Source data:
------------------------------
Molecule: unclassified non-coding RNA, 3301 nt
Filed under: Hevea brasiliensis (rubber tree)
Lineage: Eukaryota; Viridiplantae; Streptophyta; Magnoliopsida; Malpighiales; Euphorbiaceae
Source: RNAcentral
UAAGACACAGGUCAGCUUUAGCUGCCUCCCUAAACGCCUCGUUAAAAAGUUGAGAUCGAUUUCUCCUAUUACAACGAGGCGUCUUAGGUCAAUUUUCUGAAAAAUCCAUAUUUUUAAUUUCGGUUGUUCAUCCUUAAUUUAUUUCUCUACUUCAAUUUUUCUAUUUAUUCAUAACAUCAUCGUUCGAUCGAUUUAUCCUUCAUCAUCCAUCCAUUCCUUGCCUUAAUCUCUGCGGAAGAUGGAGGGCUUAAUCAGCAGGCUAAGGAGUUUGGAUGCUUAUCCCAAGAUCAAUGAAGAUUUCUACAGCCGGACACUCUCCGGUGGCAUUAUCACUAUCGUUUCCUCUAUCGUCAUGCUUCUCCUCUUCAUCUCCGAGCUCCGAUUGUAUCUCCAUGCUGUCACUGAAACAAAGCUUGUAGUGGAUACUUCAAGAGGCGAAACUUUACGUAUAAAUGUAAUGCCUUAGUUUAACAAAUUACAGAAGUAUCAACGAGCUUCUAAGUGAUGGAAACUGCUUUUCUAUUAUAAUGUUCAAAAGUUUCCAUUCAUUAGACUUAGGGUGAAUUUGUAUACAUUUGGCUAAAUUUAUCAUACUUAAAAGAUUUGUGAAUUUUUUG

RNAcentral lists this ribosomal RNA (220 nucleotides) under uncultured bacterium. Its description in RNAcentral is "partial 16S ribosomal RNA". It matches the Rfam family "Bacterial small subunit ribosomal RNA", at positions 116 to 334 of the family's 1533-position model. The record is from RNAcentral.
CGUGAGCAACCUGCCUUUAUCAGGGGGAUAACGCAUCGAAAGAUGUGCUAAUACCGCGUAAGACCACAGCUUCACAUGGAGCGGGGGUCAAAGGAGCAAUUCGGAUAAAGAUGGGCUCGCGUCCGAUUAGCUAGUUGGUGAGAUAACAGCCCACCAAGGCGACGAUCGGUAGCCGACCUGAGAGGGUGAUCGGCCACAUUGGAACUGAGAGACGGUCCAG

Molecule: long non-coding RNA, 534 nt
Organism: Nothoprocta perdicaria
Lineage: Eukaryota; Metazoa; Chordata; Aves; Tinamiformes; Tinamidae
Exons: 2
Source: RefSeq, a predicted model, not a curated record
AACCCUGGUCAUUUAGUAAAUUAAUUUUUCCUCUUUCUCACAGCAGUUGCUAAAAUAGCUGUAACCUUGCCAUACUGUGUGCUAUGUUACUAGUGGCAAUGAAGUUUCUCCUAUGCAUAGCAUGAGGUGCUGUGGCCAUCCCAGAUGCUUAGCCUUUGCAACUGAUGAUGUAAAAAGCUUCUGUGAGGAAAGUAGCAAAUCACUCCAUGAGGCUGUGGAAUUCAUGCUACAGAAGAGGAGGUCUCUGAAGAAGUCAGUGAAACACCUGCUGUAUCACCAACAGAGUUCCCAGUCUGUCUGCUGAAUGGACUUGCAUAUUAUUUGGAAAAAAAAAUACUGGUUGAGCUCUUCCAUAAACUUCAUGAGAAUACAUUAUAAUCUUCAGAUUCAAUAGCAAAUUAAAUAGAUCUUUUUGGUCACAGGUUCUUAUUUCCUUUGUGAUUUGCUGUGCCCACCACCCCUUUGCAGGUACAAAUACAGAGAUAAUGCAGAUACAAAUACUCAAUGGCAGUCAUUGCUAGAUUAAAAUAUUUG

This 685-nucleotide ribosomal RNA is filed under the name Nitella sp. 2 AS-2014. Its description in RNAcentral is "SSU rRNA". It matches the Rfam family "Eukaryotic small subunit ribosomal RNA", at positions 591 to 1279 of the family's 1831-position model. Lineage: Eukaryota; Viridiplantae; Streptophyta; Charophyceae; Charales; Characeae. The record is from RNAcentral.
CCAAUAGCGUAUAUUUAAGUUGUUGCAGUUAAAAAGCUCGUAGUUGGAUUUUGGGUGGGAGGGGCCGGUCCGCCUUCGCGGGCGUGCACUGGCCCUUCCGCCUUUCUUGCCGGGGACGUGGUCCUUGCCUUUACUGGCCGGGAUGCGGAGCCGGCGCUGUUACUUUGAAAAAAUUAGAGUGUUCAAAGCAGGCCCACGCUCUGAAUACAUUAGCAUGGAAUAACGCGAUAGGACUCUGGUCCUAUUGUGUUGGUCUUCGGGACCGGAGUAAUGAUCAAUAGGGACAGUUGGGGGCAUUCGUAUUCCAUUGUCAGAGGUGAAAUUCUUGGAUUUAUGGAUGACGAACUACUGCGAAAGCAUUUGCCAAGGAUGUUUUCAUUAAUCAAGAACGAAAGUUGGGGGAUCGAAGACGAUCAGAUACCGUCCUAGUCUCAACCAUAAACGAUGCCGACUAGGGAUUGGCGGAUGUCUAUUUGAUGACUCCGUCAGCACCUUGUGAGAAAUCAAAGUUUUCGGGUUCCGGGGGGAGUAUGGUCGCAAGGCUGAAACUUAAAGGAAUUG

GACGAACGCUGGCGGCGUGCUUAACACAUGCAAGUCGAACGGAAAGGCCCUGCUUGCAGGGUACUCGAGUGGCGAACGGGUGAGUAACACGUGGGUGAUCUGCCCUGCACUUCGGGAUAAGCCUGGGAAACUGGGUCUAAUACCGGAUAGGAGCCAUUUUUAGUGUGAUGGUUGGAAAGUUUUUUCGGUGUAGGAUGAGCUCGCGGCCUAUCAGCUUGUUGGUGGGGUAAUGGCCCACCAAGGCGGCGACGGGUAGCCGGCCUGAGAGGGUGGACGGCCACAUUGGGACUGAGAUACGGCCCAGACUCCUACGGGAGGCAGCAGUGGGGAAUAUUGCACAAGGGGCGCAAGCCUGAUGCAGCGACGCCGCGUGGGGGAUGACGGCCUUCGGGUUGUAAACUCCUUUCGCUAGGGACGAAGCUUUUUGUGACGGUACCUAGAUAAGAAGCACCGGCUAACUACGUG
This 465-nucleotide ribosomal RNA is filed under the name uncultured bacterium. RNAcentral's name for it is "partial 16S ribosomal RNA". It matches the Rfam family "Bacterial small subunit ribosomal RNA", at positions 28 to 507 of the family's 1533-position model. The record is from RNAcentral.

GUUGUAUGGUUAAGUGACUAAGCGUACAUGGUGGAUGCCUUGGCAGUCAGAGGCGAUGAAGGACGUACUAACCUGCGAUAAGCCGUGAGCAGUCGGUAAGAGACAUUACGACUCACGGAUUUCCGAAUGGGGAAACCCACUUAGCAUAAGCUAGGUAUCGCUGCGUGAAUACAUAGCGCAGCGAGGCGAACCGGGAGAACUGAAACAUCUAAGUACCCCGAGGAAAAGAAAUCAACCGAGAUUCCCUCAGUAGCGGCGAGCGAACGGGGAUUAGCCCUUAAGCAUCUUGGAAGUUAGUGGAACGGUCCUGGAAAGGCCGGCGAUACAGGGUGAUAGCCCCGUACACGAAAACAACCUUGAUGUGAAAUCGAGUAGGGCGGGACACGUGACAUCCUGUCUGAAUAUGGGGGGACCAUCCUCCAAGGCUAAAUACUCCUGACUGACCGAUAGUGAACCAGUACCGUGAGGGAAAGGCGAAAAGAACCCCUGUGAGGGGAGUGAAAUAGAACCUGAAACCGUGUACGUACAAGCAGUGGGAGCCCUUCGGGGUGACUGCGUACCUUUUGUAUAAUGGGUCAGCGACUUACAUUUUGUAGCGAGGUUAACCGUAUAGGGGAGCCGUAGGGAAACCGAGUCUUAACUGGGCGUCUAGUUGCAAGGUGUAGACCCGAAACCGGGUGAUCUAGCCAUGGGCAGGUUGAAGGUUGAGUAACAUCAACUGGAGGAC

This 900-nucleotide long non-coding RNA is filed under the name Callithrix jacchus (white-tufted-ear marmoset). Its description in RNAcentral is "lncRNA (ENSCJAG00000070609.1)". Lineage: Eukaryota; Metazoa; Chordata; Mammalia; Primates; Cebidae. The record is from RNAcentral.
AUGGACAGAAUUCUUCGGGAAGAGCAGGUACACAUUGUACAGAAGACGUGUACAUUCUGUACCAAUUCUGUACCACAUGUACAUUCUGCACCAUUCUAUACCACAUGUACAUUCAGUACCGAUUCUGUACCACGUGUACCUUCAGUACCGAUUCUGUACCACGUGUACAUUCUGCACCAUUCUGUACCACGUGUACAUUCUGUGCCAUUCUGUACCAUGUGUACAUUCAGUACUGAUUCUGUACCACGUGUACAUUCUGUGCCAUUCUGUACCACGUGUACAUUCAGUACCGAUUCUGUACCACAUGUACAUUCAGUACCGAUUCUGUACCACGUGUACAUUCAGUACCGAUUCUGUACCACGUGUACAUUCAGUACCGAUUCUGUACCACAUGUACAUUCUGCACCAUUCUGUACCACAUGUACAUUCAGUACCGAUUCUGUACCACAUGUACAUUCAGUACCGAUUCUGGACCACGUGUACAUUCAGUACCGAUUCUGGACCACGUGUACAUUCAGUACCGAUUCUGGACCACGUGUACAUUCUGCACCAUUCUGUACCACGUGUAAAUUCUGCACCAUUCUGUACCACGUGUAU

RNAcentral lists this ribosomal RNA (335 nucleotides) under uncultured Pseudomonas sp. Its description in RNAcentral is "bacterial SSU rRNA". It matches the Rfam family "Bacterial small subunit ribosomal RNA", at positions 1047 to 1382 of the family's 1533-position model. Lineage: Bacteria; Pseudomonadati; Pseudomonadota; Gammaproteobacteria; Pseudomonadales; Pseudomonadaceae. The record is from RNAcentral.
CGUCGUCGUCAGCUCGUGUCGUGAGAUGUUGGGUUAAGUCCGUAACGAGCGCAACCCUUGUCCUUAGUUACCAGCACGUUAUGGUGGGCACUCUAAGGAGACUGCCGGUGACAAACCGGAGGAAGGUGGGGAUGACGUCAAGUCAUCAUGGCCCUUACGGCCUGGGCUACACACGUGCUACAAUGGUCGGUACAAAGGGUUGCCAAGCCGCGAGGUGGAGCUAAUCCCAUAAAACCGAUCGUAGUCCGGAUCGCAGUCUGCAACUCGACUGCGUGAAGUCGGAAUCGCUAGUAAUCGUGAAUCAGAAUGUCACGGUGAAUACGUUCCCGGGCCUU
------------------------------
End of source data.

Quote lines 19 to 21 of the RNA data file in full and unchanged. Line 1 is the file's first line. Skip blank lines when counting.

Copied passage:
This 900-nucleotide long non-coding RNA is filed under the name Callithrix jacchus (white-tufted-ear marmoset). Its description in RNAcentral is "lncRNA (ENSCJAG00000070609.1)". Lineage: Eukaryota; Metazoa; Chordata; Mammalia; Primates; Cebidae. The record is from RNAcentral.
AUGGACAGAAUUCUUCGGGAAGAGCAGGUACACAUUGUACAGAAGACGUGUACAUUCUGUACCAAUUCUGUACCACAUGUACAUUCUGCACCAUUCUAUACCACAUGUACAUUCAGUACCGAUUCUGUACCACGUGUACCUUCAGUACCGAUUCUGUACCACGUGUACAUUCUGCACCAUUCUGUACCACGUGUACAUUCUGUGCCAUUCUGUACCAUGUGUACAUUCAGUACUGAUUCUGUACCACGUGUACAUUCUGUGCCAUUCUGUACCACGUGUACAUUCAGUACCGAUUCUGUACCACAUGUACAUUCAGUACCGAUUCUGUACCACGUGUACAUUCAGUACCGAUUCUGUACCACGUGUACAUUCAGUACCGAUUCUGUACCACAUGUACAUUCUGCACCAUUCUGUACCACAUGUACAUUCAGUACCGAUUCUGUACCACAUGUACAUUCAGUACCGAUUCUGGACCACGUGUACAUUCAGUACCGAUUCUGGACCACGUGUACAUUCAGUACCGAUUCUGGACCACGUGUACAUUCUGCACCAUUCUGUACCACGUGUAAAUUCUGCACCAUUCUGUACCACGUGUAU

RNAcentral lists this ribosomal RNA (335 nucleotides) under uncultured Pseudomonas sp. Its description in RNAcentral is "bacterial SSU rRNA". It matches the Rfam family "Bacterial small subunit ribosomal RNA", at positions 1047 to 1382 of the family's 1533-position model. Lineage: Bacteria; Pseudomonadati; Pseudomonadota; Gammaproteobacteria; Pseudomonadales; Pseudomonadaceae. The record is from RNAcentral.